This power alliance, however, is not definitive. Private economic concentration and its tendencies can be modified by the intervention of a relatively autonomous state. Under such conditions, it becomes possible to modify the pattern of relations between capitals so that the development of the national private capital and the state may be a priority, balancing out the enormous influence of foreign capital. Certainly, in the historical transition from an agrarian oligarchy and enclaves to power groups and multinational companies that took place in Peru in the second half of the twentieth century, a lot has happened, including a moment when politics and the state ceased to support and promote extreme private wealth.
Thus, the political process can sometimes contradict the market tendencies and impede or negatively affect the political access and influence of EPGs, depending on the changes that take place in moments of political crisis and cycles of economic recession. The country experienced populist-nationalist periods under the administrations of Juan Velasco (1968-1975) and Alan García (1985-1990). Velasco was more important, since he ended the oligarchy and expropriated the old foreign enclaves and large commercial houses or forced them to retire; he also strengthened state and social property and advanced social legislation. However, this alternate model — a mixed economy with strong state intervention — was historically late in comparison to other Latin-American countries (it could have started during the crisis of 1930, like it did in Brazil and Chile; or in the decade of 1940, like it did in Argentina) and was never able to reach stability. Gradually, largely because political support was precarious and the entrepreneurial state was financially vulnerable, the EPGs and the centre and right-wing opposition started fostering the conditions to overthrow this model, and to introduce, amidst a great recession in the eighties, a new and more modern form of private concentration of wealth in the hands of the EPGs. It is important to highlight the more general idea that the deconcentration of private economic power discussed here is a politically determined economic phenomenon.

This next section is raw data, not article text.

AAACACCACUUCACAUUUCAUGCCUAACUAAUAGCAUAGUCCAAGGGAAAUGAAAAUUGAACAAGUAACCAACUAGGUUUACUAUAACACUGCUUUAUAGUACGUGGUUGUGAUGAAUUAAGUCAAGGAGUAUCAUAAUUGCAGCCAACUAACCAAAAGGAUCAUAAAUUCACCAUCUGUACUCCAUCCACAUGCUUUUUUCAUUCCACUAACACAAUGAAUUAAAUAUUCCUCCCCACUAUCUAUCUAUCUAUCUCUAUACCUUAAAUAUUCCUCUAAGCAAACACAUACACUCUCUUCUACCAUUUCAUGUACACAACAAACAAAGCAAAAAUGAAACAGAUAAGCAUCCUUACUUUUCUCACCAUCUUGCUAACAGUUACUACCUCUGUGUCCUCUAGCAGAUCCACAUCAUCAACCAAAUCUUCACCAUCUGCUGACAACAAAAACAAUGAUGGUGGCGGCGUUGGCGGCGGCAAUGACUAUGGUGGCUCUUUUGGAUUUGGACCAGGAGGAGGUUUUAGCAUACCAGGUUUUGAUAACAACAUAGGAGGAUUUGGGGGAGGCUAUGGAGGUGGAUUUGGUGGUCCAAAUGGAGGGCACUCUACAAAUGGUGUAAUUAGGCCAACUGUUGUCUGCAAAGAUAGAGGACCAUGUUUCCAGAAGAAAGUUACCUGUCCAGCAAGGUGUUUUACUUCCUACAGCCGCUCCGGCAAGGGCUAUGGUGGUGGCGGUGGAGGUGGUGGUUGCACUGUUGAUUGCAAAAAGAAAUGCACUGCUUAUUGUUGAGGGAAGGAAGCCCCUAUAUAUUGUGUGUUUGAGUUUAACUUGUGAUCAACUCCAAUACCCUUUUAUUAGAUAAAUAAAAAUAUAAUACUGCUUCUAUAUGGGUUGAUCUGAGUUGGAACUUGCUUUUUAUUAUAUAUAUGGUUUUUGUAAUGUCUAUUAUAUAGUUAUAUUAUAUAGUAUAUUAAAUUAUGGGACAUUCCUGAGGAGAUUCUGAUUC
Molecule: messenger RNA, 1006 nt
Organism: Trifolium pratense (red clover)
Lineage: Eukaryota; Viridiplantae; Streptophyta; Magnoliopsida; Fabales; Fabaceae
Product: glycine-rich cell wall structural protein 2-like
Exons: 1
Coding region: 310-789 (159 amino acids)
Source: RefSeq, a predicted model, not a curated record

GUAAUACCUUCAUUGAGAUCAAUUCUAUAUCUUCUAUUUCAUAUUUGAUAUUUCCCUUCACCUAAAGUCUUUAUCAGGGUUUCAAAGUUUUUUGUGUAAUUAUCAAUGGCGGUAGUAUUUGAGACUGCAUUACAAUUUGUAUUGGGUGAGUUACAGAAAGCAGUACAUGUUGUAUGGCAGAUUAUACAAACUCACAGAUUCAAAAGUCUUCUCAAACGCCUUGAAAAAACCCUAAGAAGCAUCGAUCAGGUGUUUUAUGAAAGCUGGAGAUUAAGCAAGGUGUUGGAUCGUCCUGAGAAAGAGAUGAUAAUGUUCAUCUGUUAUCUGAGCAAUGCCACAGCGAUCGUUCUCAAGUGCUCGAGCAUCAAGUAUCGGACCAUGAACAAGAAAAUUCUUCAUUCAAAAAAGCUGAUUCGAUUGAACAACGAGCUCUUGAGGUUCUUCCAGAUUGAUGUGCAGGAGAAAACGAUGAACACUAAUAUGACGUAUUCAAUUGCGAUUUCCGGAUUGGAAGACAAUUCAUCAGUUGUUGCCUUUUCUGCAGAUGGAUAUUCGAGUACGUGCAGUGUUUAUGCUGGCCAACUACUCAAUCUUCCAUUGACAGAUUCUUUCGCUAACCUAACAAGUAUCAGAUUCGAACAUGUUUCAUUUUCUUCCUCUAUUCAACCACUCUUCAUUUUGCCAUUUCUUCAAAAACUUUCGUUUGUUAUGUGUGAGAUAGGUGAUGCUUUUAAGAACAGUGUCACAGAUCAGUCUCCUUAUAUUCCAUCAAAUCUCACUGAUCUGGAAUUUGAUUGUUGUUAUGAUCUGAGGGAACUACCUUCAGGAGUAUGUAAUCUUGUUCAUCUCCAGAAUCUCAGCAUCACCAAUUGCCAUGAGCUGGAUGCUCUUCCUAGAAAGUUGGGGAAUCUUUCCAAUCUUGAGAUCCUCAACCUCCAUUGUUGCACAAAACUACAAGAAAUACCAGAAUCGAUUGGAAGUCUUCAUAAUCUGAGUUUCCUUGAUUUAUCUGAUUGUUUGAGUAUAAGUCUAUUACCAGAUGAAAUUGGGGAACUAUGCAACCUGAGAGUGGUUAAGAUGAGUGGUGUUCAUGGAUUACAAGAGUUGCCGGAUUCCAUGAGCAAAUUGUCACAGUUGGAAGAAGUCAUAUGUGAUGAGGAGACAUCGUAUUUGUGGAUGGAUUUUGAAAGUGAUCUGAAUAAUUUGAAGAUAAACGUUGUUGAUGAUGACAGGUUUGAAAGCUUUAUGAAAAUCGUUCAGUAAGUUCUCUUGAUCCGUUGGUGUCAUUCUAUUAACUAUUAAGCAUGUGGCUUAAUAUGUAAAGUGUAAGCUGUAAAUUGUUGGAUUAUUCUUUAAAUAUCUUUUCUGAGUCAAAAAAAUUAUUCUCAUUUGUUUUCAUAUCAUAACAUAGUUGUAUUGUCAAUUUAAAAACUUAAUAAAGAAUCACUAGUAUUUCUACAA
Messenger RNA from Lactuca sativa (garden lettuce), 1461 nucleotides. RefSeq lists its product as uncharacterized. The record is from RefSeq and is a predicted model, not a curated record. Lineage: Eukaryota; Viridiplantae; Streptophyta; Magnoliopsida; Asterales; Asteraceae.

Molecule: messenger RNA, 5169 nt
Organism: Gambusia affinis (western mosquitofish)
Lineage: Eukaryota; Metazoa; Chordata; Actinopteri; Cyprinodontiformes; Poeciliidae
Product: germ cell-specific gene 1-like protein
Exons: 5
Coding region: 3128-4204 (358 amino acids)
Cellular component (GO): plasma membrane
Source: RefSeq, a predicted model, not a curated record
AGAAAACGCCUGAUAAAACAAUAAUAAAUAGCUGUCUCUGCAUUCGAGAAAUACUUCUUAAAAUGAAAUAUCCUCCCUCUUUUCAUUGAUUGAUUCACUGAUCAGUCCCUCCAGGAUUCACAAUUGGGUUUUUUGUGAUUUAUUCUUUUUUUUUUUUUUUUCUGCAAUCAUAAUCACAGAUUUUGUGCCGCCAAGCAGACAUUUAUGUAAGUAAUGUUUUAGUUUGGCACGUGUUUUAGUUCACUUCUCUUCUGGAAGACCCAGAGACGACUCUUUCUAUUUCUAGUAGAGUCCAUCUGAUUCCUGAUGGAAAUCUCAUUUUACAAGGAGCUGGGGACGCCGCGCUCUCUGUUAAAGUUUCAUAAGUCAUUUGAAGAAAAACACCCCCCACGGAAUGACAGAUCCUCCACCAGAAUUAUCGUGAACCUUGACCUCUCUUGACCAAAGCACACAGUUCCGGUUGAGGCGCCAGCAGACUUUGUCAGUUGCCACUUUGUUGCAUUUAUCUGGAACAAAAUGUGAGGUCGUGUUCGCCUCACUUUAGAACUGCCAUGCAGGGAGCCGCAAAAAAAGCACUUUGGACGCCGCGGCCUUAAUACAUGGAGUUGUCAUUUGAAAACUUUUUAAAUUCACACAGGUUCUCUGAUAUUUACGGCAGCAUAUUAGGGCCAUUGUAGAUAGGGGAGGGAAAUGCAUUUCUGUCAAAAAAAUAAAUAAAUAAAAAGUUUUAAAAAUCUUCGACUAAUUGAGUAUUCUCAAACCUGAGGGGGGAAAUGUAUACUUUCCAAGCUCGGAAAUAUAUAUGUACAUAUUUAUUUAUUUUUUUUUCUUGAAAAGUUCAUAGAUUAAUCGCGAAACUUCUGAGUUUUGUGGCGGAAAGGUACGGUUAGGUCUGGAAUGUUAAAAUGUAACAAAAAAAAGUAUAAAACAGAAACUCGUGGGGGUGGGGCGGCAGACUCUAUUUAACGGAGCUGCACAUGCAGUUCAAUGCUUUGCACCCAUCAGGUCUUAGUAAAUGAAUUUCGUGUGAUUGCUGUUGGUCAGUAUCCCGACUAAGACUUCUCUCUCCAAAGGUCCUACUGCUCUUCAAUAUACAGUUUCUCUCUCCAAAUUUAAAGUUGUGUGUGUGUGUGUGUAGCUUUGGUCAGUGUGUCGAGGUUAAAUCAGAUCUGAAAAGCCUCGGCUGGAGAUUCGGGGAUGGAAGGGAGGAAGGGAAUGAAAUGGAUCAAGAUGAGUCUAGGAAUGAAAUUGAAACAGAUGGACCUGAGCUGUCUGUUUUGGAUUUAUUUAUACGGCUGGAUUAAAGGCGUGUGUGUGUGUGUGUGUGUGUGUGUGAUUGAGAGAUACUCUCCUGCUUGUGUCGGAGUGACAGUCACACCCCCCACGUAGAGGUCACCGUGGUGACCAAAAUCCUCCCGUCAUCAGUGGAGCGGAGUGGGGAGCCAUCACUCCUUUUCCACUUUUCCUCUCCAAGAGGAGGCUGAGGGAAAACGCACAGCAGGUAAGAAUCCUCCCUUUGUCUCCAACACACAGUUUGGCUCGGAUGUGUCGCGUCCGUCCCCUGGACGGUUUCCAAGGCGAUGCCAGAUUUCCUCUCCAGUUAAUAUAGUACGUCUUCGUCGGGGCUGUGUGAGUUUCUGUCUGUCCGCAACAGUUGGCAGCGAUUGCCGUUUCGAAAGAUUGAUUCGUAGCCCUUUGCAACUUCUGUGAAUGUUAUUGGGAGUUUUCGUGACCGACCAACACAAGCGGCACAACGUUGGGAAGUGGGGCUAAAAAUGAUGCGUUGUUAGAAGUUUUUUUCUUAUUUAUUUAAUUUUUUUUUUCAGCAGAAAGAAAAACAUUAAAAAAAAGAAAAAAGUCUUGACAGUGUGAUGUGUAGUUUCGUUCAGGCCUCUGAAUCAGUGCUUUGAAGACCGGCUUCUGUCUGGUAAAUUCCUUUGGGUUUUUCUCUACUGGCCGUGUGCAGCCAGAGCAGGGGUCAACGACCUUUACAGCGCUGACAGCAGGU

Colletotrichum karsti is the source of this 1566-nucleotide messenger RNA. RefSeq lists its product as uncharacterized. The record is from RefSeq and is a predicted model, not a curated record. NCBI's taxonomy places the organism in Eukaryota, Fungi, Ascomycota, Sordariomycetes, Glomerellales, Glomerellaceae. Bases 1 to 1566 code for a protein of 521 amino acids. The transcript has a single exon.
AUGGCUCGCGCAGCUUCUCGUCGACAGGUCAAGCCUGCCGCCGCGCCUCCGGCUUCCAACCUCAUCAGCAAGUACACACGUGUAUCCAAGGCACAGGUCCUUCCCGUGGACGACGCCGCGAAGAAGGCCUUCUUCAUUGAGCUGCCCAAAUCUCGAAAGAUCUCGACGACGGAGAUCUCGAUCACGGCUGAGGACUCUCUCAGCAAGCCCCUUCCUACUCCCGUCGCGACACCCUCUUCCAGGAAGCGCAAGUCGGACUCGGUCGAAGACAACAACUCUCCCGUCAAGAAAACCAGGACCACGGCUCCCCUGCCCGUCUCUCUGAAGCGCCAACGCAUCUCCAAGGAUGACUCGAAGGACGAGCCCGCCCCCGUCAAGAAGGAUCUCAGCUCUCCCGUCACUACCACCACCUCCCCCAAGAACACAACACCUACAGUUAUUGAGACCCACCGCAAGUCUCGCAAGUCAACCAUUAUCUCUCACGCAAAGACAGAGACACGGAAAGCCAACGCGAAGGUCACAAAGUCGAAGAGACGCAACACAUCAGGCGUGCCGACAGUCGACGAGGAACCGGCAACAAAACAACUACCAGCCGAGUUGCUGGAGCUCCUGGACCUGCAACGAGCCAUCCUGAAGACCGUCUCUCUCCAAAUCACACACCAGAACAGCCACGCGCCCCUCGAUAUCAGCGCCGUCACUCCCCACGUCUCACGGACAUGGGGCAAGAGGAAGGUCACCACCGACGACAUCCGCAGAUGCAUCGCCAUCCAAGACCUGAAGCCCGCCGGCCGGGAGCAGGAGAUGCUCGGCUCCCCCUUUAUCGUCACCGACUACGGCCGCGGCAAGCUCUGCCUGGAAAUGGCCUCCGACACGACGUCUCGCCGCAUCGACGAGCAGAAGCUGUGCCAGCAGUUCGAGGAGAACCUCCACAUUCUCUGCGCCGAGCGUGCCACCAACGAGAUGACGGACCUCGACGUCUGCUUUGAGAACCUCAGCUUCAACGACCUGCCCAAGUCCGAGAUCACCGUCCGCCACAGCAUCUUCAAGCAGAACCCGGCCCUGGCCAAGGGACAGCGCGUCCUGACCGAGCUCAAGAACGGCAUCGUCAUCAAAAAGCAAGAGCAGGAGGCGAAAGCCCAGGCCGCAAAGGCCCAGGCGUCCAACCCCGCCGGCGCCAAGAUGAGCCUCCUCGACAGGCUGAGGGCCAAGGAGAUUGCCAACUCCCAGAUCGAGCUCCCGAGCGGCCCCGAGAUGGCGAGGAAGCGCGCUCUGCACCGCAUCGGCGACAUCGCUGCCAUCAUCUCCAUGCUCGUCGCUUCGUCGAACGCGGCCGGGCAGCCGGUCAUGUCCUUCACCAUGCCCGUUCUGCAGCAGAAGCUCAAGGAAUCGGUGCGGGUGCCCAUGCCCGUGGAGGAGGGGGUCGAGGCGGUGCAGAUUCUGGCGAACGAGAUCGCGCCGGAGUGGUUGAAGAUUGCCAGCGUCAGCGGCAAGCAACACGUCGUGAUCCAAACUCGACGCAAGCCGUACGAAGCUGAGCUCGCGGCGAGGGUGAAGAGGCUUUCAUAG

My claim that concentration of private wealth was a constant in the long-term implies that those “historical radical moments,” when the state was able to alter private concentration and predominance, were reverted. The end results of political struggles and the economic factors entangled with them show that certain business and conservative forces were successful in concentrating wealth once again in a small circle of large national and foreign conglomerates.7I will now concentrate on the when rather than on the how to not lose sight of the main issue at hand: the EPGs and the concentration of economic power. However, I have discussed this thoroughly in other texts; see especially Riqueza económica y pobreza política (2003) and La mano invisible en el Estado: crítica a los neoliberales criollos (2010).
3. Phase 1. Concentration (from early to mid-twentieth century)
A quick historical survey shows that one century ago the Peruvian economy was under the control of an exporting agrarian national oligarchy located mainly in the valleys of the coast. Its nucleus was composed of 40 families who owned large estates (haciendas) and other properties (Bourricaud 1989: 39). This elite of family clans had a very strong internal cohesion and had become politically hegemonic, first through the development of elitist parties (the Civil Party, during the Aristocratic Republic) and then through the military. However, this group was weak at the level of discourse, since it lacked legitimacy.